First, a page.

Imágenes de páginas

Sternly, though tenderly, that he might feel

The velvet scabbard held a sword of steel,

"Art thou the king?" the passion of his woe

Burst from him, in resistless overflow,

And lifting high his forehead, he would fling

The passionate answer back, " I am, I am the king."

Almost three years were ended, when there came

Ambassadors of great repute and name

From Valmond, emperor of Allemaine,

Unto king Robert, saying that Pope Urbane

By letter summon'd them forthwith to come

On Holy Thursday to his city of Rome.

The angel with great joy received his guests,

And gave them presents of embroidered vests. . . .

Then he departed with them o'er the sea,

Into the lovely land of Italy.. . .

And lo! among the menials, in mock state,

Upon a piebald steed with shambling gait,

His cloak of fox-tails flapping in the wind,

The solemn ape demurely perch'd behind,

King Robert rode, making huge merriment

In all the country towns thro' which they went.

The Pope received them with great pomp, and blare

Of banner'd trumpets, in St. Peter's Square;

Giving his benediction and embrace,

Fervent, and full of apostolic grace.

While, with congratulations and with prayers,

He entertain'd an angel unawares.

In solemn state the holy week went by,
And Easter Sunday gleam'd upon the sky;
The presence of the angel, with its light,
Before the sun rose, made the city bright,

And with new fervour fill'd the hearts of men,

Who felt that Christ was risen indeed again.

Even the jester on his bed of straw,

With haggard eyes the' unwonted splendour saw,

He felt within a power unfelt before,

And kneeling humbly on his chamber floor,

He heard the rushing garments of the Lord

Sweep through the silent air, ascending heavenward.

And now the visit ending, and once more

Valmond returning to the Danube shore,

Homeward the angel journey'd, and again

The land was made resplendent with his train,

Flashing along the towns of Italy

Unto Salerno, and from there by sea.

And when once more within Palermo's wall,

And seated on the throne in his great hall,

He heard the Angelus from convent towers,

As if the better world convers'd with ours,

He beckon'd to king Robert to draw nigher,

And with a gesture bade the rest retire;

And when they were alone, the angel said,

"Art thou the king?" Then bowing down his head,

King Robert cross'd both hands upon his breast,

And meekly answer'd him, "Thou knowest best:

My sins as scarlet are; let me go hence,

And in some cloister's school of penitence,

Across those stones that pave the way to heaven,

Walk barefoot, till my guilty soul is shriven!"

The angel smiled, and from his radiant face

A holy light illumin'd all the place,

And through the open window, loud and clear,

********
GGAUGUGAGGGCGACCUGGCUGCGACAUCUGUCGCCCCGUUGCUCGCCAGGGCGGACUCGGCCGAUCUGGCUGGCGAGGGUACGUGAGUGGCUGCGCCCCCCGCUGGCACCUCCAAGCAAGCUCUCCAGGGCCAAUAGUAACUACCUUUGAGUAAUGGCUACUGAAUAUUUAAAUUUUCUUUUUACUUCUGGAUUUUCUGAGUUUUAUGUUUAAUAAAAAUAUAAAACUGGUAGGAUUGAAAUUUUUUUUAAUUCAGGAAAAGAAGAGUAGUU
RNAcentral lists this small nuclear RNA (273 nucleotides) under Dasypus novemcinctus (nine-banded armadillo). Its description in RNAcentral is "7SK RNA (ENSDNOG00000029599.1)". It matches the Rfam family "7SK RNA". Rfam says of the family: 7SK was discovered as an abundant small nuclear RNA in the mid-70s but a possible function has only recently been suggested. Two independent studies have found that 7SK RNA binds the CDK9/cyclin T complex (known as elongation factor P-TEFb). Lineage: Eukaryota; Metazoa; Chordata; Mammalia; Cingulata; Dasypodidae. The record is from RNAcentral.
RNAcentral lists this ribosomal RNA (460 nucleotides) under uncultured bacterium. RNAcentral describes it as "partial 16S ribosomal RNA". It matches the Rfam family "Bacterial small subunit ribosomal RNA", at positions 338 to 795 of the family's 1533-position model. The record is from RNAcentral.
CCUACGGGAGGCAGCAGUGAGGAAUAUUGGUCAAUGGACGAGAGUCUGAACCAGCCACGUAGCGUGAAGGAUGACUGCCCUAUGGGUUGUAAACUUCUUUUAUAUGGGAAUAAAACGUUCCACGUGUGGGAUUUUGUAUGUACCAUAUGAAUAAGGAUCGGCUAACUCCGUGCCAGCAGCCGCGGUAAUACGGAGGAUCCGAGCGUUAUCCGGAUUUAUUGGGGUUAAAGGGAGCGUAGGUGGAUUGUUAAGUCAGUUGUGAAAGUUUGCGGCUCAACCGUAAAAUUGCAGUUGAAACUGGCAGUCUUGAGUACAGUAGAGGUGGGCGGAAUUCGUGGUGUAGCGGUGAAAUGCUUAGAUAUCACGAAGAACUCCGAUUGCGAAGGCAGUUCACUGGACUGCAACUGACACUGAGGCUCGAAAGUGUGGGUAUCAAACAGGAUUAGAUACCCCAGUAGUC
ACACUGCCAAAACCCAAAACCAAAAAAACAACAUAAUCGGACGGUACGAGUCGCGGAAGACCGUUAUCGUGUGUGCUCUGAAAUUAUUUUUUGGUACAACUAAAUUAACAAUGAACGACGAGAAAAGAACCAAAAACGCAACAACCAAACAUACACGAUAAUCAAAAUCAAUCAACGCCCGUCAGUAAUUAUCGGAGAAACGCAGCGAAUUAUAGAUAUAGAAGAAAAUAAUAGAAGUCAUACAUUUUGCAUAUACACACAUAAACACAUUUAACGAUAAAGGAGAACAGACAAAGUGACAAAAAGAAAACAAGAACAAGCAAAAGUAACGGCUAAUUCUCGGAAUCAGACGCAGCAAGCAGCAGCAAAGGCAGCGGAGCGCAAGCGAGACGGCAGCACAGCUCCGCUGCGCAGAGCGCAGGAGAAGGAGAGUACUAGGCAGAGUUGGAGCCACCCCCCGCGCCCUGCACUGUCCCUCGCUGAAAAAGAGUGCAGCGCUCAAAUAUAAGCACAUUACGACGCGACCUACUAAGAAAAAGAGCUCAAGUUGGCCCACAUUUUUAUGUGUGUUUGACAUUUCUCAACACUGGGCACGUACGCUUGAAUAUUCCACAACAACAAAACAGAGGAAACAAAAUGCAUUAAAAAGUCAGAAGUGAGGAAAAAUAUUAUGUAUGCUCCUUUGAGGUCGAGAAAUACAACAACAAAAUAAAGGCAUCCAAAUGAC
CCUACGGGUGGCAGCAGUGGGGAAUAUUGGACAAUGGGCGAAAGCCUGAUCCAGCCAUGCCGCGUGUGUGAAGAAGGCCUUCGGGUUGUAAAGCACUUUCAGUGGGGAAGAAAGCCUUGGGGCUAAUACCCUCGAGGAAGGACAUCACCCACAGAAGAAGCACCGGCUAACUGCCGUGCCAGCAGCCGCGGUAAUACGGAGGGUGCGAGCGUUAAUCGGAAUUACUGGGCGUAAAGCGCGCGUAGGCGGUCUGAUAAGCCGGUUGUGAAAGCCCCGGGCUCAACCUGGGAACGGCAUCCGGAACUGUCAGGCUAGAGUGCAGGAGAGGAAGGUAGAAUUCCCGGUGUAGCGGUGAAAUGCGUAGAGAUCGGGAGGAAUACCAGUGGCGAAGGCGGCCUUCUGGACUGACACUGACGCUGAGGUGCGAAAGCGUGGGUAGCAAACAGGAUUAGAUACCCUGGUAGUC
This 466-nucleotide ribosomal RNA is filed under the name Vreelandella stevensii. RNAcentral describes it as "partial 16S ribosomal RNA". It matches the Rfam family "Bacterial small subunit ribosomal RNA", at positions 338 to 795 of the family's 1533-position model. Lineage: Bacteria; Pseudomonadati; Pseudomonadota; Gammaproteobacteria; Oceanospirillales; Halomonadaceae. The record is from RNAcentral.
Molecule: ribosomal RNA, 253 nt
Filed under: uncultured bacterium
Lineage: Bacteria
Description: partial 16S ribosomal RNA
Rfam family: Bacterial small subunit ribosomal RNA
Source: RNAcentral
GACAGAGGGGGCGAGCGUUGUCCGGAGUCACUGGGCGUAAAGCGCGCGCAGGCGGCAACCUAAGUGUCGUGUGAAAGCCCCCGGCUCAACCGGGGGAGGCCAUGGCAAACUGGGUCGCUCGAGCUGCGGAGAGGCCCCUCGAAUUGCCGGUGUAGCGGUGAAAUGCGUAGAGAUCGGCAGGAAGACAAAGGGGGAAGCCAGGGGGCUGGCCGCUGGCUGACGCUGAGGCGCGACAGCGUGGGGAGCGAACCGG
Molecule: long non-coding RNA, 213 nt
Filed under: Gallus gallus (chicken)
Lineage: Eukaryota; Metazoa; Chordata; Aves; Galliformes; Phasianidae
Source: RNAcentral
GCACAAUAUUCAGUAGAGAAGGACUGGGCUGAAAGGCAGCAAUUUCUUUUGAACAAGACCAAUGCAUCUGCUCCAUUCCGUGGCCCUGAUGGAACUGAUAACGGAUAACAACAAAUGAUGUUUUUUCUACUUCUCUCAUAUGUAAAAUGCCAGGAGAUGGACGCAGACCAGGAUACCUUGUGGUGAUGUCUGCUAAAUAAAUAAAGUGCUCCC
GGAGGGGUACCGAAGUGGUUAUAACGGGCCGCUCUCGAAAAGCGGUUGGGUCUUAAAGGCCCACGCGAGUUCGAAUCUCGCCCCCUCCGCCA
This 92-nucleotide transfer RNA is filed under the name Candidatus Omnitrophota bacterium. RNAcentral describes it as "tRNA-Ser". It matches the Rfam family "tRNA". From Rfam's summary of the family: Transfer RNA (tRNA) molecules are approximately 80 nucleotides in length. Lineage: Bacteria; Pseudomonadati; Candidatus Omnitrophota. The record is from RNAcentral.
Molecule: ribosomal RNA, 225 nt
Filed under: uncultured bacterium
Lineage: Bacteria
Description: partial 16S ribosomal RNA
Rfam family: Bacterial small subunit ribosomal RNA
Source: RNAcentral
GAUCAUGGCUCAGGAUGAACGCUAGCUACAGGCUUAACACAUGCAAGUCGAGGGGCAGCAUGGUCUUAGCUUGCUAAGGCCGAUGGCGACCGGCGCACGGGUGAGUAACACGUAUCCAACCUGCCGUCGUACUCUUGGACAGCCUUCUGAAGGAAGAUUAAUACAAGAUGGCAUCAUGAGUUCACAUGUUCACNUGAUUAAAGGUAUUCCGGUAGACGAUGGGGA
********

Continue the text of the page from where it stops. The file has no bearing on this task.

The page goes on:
They heard the monks chant in the chapel near,

Above the stir and tumult of the street:
"He has put down the mighty from their seat,
And has exalted them of low degree!"
And through the chant, a second melody
Rose like the throbbing of a single string:
"I am an angel, and thou art the king!"
King Robert, who was standing near the throne,
Lifted his eyes, and lo ! he was alone!
But all apparell'd as in days of old,
With ermin'd mantle, and with cloth of gold;
And when his courtiers came, they found him there,
Kneeling upon the floor, absorb'd in silent prayer.

H. IV. Longfellow


Then constant faith, and holy hope shall die,
One lost in certainty, and one in joy;
Whilst thou, more happy power, fair Charity,
Triumphant sister, greatest of the three,
Thy office and thy nature still the same,
Lasting thy lamp, and unconsum'd thy flame,
Shalt still survive—

Shalt stand before the host of Heaven confess'd,
For ever blessing, and for ever blest.

Matthew Prior



As grew the power of sacred lays

The spheres began to move,
And sung the great Creator's praise

To all the bless'd above:
So when the last and dreadful hour
This crumbling pageant shall devour,
The trumpet shall be heard on high,
The dead shall live, the living die,
And music shall untune the sky.

John Dryden


"And Jesus said unto them, There shall not be left

here one stone upon another. . . Heaven and earth

shall pass away."

The cloud-capp'd towers, the gorgeous palaces,
The solemn temples, the great globe itself,
Yea, all which it inherits shall dissolve:
And, like this insubstantial pageant faded,
Leave not a rack behind. We are such stuff
As dreams are made of, and our little life
Is rounded with a sleep.

William Shakspeare


Who has this Book and reads it not

Doth God Himself despise; Who reads, but understandeth not,

His soul in darkness lies.

Who understands, but savours not,

He finds no rest in trouble; Who savours but obeyeth not,

He hath his judgment double.

Who reads this book—who understands—

Doth savour and obey— His soul shall stand at God's right hand,

In the great Judgment Day.

Old Hymn

« AnteriorContinuar »